THE LAST FIFTH GRADE OF EMERSON ELEMENTARY

THE LAST FIFTH GRADE OF EMERSON ELEMENTARY
April 12, 2016

Tuesday, January 15, 2013

Poetry Postcard 10



The 44 Postcard Project has taken me to some strange and unexpected places. One of the most fascinating -- researching the life of MGM dancer and starlet Vera-Ellen.

Children's author (Hugging the Rock) and poet Susan Taylor Brown donated this postcard for my project:

Susan shared that this postcard was
sent to her mother by a pen pal from Holland.
Vera Ellen? I'm a fan of movie musicals, but she didn't look familiar. She should have.

Vera Ellen, who started dancing as a way to gain strength after a childhood illness, partnered with the greatest onscreen dancers. Ever.

She was in:

On the Town, opposite Gene Kelly
White Christmas, opposite Danny Kaye

and Three Little Words,
with the great Fred Astaire.
Inexplicably, Vera Ellen never broke through to the level of fame that her co-stars achieved. Remember this scene from White Christmas?


She had a difficult life, which you can read about here, and died as a recluse.

The postcard Susan sent me is a publicity shot from On the Town. It comes from a lengthy dance number: "Miss Turnstiles."


My poem went out to a Baltimore poet who shares my love for classic musicals. I'll follow it with my favorite Vera Ellen dance routine, also from White Christmas.

Vera Ellen

learned to dance at ten
after an illness made her weak,
took to it, tap danced on her toes
from Ohio to Broadway,
partnered Kelly and Astaire,
the studio loved
her apple blossom appeal,
her tiny waist -- the smallest
in showbiz -- a debt
to anorexia that she
must repay, but not before
vamping on the red carpet
in skintight gold lamé
that shocked reporters,
she quipped, Why not?
Isn’t this what Oscar
always wears?


by Laura Shovan


Just WOW.

Thank you so much for sending the card, Susan. I loved watching the old movie clips. And I feel life my life is a little bit richer because I learned -- and learned to appreciate -- Vera Ellen.

P.S. Project watchers. I went hunting in my basement office for some old art postcards I thought I'd saved. Can you believe I found a stash of over 40 cards, some of them dating back to my 1989 summer at the University of London.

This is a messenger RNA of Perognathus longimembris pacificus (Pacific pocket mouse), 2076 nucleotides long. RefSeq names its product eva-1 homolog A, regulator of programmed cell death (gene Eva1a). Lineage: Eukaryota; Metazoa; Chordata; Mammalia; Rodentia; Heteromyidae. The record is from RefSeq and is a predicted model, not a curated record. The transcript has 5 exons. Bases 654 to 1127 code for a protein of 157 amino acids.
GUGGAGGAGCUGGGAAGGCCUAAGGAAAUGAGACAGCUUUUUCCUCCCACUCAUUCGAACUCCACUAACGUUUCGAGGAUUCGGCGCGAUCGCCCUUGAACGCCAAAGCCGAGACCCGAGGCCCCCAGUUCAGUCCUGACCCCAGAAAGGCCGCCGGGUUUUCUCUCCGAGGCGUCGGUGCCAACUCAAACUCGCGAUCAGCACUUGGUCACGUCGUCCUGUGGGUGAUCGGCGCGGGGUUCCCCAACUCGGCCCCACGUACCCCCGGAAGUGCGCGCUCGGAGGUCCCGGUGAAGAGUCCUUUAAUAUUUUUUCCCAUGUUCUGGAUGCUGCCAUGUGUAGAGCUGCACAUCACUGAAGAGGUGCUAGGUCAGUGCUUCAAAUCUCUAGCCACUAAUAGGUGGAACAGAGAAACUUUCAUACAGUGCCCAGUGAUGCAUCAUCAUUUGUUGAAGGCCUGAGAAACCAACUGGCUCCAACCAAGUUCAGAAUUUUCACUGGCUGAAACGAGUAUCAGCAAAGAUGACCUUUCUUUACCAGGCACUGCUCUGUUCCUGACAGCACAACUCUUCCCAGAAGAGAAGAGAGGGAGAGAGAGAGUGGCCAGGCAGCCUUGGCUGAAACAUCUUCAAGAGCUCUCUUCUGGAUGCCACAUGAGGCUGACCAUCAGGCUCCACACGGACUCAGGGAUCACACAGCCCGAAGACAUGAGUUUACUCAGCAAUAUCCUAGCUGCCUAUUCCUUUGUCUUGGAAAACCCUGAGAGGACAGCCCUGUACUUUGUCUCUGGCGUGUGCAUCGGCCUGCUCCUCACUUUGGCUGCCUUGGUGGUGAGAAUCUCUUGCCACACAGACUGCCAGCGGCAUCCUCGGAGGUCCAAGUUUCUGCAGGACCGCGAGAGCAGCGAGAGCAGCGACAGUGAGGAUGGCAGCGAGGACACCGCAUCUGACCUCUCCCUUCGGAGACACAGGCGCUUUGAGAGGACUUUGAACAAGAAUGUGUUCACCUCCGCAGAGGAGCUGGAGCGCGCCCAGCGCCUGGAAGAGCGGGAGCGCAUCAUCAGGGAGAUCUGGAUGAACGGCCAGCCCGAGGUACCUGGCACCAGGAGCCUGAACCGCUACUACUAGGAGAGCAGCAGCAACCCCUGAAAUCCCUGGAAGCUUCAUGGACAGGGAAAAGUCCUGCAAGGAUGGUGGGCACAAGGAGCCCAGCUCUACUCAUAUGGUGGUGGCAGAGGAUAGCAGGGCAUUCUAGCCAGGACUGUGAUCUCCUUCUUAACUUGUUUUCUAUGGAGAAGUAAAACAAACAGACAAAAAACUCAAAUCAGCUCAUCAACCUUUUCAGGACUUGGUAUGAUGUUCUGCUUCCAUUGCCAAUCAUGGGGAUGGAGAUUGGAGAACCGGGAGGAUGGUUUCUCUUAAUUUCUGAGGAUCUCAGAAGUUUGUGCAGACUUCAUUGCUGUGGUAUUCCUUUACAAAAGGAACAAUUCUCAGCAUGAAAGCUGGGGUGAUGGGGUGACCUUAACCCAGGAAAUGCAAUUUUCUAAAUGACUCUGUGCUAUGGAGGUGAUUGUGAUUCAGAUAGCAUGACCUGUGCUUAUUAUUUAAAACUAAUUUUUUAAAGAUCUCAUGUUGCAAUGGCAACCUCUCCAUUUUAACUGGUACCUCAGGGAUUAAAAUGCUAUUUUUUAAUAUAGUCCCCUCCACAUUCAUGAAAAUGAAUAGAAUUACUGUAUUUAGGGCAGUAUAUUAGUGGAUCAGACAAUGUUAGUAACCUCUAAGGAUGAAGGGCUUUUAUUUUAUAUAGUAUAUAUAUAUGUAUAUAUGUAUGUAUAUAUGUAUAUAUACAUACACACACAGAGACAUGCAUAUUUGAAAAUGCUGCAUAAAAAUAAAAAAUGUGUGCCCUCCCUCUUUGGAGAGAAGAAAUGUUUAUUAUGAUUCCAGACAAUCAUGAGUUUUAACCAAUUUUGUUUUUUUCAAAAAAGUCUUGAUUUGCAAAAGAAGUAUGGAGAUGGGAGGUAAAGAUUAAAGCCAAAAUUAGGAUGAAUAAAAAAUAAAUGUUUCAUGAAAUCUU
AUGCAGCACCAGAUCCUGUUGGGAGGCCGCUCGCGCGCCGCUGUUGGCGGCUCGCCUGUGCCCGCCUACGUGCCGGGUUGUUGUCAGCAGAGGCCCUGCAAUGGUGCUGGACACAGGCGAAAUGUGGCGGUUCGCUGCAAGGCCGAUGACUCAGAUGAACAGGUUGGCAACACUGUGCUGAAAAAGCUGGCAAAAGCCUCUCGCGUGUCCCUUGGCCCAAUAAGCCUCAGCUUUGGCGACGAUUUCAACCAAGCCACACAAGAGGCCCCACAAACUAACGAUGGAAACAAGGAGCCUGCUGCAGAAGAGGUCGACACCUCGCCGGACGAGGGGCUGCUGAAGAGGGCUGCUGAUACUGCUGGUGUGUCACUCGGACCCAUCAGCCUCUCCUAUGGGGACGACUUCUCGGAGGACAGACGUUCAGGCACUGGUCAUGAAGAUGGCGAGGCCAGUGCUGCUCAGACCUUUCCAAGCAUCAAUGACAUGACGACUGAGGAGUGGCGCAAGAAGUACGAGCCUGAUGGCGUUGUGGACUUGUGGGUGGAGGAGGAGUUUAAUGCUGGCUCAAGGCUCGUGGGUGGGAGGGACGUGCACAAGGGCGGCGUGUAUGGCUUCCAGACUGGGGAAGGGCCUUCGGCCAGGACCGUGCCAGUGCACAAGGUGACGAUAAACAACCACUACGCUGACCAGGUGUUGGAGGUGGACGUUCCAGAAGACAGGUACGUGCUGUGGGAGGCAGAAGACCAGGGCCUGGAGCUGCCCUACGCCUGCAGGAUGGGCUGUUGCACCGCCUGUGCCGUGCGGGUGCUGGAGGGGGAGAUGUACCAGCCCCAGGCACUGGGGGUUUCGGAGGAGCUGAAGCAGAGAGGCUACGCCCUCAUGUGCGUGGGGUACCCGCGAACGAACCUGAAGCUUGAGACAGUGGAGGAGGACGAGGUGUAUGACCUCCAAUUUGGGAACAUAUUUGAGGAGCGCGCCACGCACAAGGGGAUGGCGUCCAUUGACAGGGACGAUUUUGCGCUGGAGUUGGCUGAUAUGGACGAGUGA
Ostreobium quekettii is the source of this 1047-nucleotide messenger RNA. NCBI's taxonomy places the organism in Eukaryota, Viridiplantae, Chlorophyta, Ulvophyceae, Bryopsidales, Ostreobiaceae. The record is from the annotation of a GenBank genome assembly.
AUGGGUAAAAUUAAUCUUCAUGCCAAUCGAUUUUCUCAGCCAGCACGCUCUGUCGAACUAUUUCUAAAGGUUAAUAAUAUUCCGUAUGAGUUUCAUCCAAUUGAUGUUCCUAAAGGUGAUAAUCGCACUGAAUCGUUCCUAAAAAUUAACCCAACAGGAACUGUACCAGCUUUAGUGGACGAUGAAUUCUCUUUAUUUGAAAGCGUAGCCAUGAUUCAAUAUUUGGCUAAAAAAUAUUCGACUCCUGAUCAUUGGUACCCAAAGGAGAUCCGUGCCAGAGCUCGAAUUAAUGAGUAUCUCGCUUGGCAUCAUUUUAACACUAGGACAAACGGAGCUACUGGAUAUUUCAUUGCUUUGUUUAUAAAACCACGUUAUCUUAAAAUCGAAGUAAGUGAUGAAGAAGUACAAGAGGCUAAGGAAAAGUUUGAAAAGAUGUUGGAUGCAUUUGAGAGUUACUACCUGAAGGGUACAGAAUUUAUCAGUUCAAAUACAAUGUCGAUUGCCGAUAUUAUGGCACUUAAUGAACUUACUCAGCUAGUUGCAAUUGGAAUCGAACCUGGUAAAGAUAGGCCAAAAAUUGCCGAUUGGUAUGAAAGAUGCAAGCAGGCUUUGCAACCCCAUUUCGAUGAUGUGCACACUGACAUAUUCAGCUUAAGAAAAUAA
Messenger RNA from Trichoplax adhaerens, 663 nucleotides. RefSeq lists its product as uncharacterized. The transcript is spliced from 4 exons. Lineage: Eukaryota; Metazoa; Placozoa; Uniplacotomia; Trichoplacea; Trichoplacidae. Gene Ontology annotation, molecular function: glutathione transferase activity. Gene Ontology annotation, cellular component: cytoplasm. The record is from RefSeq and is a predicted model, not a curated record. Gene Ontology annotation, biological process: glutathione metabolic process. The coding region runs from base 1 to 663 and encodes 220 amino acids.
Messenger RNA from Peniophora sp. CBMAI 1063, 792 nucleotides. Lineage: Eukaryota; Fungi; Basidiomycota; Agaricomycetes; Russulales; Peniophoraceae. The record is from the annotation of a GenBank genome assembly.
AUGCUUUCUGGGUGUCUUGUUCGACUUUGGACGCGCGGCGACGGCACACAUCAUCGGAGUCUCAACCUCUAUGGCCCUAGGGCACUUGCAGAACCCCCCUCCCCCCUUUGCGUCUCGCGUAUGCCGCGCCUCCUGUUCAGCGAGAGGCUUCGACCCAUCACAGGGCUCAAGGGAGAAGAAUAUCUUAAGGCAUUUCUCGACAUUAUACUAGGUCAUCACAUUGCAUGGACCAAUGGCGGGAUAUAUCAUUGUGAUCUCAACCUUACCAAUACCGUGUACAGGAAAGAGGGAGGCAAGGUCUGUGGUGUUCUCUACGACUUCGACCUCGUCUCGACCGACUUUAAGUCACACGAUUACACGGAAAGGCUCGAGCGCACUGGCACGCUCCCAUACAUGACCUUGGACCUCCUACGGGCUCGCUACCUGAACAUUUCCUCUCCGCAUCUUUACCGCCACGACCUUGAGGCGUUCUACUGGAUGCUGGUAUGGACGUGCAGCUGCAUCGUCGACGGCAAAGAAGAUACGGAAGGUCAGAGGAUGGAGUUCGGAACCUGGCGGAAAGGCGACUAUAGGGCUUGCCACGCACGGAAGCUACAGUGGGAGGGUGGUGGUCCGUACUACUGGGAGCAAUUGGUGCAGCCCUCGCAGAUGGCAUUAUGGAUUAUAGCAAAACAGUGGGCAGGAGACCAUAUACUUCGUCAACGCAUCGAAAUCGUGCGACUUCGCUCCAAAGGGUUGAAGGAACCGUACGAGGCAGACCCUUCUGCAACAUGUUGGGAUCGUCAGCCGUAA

Here's a peek:


I'll post details on my postcard stash later.

7 comments:

Diane Mayr said...

I can't tell you how many times I've seen White Christmas, yet I never learned Judy's real name. Thanks for the re-introduction!

Author Amok said...

Hi, Diane. Thanks for checking out the post. After researching Vera-Ellen, I want to go back and watch White Christmas and On the Town again. I don't think I've ever seen Three Little Words. They are all going on my list. She was so talented!

Tabatha said...

Great ending to your poem! What a story. Thanks for letting us know about Vera Ellen. Your art postcard collection looks inspiring!

Author Amok said...

Thanks, Tabatha. I'm glad I'm not the only one who finds her fascinating.

I have some cards from postcard books: Matisse, a set of contemporary women artists, a set of famous authors. But I also have cards from museums in New York and London. And then some random stuff. I couldn't believe how much was there!

Linda at teacherdance said...

Sad to think we all 'know' who she is, but couldn't place her name. Maybe it was the name that didn't work? I'm amazed that any one with anorexia could be so physical. Your poem gives her a lovely tribute, Laura. My sister-in-law & I used to watch those old movies tougher & loved "sisters". Thanks for telling about her. And great that you found more postcards. Your project is opening up new memories, isn't it?

Author Amok said...

Hi, Linda. I'm glad this post struck a chord with so many people. I don't know if it's true anymore, but I remember reading a ballerina's memoir in high school (1980s) that said anorexia is common among dancers. Pressure to be thin, have the perfect tiny, toned body, especially in ballet.

Yes, I'm surprised where this project is leading me! Lots of bird-calls in the last week.

Liz Steinglass said...

I really love the end of the poem and her "Why not?"